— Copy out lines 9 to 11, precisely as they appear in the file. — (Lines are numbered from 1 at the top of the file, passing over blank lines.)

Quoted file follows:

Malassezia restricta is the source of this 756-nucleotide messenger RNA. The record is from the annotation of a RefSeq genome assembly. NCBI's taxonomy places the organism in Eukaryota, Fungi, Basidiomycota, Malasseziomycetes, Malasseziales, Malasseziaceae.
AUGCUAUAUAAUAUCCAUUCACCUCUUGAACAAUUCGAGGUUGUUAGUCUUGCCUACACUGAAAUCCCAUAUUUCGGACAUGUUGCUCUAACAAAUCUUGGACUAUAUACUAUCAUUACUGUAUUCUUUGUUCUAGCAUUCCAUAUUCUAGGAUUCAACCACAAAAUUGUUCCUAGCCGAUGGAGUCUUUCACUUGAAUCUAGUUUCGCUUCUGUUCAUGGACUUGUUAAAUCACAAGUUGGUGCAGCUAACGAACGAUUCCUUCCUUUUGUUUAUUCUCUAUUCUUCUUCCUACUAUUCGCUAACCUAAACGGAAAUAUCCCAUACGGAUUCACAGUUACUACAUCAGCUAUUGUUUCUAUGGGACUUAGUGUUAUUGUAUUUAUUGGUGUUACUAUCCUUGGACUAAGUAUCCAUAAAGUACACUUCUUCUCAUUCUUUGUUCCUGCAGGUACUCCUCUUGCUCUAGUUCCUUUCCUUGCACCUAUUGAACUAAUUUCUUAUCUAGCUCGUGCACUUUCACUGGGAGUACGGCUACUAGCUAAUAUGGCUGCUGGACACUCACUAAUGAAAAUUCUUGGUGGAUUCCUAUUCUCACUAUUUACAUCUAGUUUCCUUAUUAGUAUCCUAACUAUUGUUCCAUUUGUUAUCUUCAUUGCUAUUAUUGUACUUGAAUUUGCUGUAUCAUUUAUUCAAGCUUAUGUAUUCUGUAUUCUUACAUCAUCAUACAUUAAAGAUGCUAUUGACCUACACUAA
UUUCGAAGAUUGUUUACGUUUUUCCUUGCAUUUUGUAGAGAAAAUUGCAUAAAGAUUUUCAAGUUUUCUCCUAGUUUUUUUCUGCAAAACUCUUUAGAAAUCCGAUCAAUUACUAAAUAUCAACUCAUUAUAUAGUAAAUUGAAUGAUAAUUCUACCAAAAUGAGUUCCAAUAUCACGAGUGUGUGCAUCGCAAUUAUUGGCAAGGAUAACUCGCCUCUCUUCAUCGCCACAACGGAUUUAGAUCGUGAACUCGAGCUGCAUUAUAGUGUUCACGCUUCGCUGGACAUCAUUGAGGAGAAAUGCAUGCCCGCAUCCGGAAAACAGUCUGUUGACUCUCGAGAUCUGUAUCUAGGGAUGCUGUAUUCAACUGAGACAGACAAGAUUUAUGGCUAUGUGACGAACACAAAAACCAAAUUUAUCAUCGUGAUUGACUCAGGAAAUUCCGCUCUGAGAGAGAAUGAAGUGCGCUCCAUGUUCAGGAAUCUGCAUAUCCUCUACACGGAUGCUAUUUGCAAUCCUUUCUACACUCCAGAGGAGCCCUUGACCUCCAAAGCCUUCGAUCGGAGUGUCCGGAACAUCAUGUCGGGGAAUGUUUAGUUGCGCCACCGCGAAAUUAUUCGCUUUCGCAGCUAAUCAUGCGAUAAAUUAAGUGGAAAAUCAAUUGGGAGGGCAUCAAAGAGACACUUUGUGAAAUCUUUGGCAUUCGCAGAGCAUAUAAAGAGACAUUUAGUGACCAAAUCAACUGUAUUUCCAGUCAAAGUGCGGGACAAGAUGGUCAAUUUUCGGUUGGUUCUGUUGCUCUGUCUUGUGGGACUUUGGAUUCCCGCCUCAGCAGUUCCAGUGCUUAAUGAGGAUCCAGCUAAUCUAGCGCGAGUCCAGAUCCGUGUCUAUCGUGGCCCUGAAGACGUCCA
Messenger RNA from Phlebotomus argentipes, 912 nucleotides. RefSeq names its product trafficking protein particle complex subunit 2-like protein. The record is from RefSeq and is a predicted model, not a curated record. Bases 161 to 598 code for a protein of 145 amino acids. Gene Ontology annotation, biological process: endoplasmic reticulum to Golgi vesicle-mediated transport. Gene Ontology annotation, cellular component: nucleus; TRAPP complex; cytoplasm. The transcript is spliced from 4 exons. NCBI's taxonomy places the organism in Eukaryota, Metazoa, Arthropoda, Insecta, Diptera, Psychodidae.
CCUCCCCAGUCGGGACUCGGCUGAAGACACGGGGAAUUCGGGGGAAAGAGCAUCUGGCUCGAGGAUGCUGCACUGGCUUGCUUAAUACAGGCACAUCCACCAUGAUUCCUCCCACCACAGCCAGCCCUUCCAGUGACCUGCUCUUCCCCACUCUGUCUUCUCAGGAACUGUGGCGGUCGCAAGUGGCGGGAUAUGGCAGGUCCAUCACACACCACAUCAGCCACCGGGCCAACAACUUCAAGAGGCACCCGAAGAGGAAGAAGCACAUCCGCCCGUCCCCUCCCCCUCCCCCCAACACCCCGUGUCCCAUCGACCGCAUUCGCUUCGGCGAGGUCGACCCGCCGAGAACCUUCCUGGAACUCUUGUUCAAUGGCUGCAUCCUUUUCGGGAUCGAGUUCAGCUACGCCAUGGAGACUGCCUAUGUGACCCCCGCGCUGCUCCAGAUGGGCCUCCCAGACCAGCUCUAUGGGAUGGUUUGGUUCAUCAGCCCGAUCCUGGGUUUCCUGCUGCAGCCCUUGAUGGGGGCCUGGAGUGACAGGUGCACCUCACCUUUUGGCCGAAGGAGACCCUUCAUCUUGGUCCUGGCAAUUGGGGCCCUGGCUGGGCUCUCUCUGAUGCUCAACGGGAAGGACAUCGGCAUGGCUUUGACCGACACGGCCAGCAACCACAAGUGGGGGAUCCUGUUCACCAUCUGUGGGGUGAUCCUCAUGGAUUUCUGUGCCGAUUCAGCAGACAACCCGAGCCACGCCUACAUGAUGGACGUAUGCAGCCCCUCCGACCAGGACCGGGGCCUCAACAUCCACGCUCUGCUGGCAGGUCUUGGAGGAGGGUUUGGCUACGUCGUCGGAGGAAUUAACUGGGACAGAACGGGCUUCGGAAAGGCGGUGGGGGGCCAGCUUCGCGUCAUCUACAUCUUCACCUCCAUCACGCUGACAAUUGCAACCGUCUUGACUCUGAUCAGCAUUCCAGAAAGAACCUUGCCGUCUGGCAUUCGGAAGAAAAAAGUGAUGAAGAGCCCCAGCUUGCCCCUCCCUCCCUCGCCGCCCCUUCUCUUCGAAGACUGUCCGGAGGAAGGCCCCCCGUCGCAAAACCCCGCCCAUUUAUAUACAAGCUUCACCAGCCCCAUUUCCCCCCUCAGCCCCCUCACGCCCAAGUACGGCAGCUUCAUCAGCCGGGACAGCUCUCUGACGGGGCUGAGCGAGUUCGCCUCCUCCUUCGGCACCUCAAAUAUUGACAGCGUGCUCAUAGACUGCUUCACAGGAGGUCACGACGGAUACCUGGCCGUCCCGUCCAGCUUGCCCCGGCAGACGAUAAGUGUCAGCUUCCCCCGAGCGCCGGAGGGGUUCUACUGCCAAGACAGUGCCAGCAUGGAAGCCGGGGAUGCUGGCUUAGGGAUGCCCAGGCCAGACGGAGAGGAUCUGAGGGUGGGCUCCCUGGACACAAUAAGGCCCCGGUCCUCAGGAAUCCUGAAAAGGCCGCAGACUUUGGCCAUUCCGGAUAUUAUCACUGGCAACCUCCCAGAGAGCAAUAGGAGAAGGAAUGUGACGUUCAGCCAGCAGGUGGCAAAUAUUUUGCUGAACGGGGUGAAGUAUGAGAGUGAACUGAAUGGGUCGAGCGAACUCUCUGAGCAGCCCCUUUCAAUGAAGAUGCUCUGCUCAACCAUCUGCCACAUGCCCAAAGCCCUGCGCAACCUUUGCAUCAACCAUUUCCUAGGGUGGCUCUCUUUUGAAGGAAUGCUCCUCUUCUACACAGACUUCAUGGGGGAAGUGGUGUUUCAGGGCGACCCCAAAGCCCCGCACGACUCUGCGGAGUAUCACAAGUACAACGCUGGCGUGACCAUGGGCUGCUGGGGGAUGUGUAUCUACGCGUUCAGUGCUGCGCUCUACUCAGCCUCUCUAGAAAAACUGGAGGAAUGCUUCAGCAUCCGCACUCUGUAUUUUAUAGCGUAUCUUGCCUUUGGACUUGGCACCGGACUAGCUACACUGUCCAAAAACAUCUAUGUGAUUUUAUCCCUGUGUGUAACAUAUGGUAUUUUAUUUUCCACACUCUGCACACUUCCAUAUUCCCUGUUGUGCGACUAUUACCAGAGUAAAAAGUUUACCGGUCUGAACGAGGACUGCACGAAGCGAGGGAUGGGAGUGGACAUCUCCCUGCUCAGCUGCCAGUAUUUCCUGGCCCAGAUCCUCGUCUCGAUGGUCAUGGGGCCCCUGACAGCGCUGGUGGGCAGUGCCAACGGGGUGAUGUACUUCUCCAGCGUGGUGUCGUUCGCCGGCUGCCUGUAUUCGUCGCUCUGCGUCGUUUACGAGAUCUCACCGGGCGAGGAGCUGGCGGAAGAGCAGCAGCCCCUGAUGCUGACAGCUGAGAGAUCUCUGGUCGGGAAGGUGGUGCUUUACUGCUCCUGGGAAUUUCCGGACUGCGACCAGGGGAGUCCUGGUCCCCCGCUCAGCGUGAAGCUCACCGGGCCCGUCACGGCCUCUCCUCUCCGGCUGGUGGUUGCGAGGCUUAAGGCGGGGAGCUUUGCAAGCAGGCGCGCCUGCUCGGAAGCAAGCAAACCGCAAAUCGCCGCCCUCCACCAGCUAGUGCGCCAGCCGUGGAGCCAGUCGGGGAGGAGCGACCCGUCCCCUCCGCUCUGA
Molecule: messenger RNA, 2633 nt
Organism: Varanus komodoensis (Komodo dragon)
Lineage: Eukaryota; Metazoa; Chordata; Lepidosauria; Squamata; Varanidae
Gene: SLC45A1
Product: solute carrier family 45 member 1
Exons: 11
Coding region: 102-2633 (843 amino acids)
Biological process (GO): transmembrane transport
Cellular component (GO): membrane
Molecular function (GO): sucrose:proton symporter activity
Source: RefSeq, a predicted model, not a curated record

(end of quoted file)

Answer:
Gene: SLC45A1
Product: solute carrier family 45 member 1
Exons: 11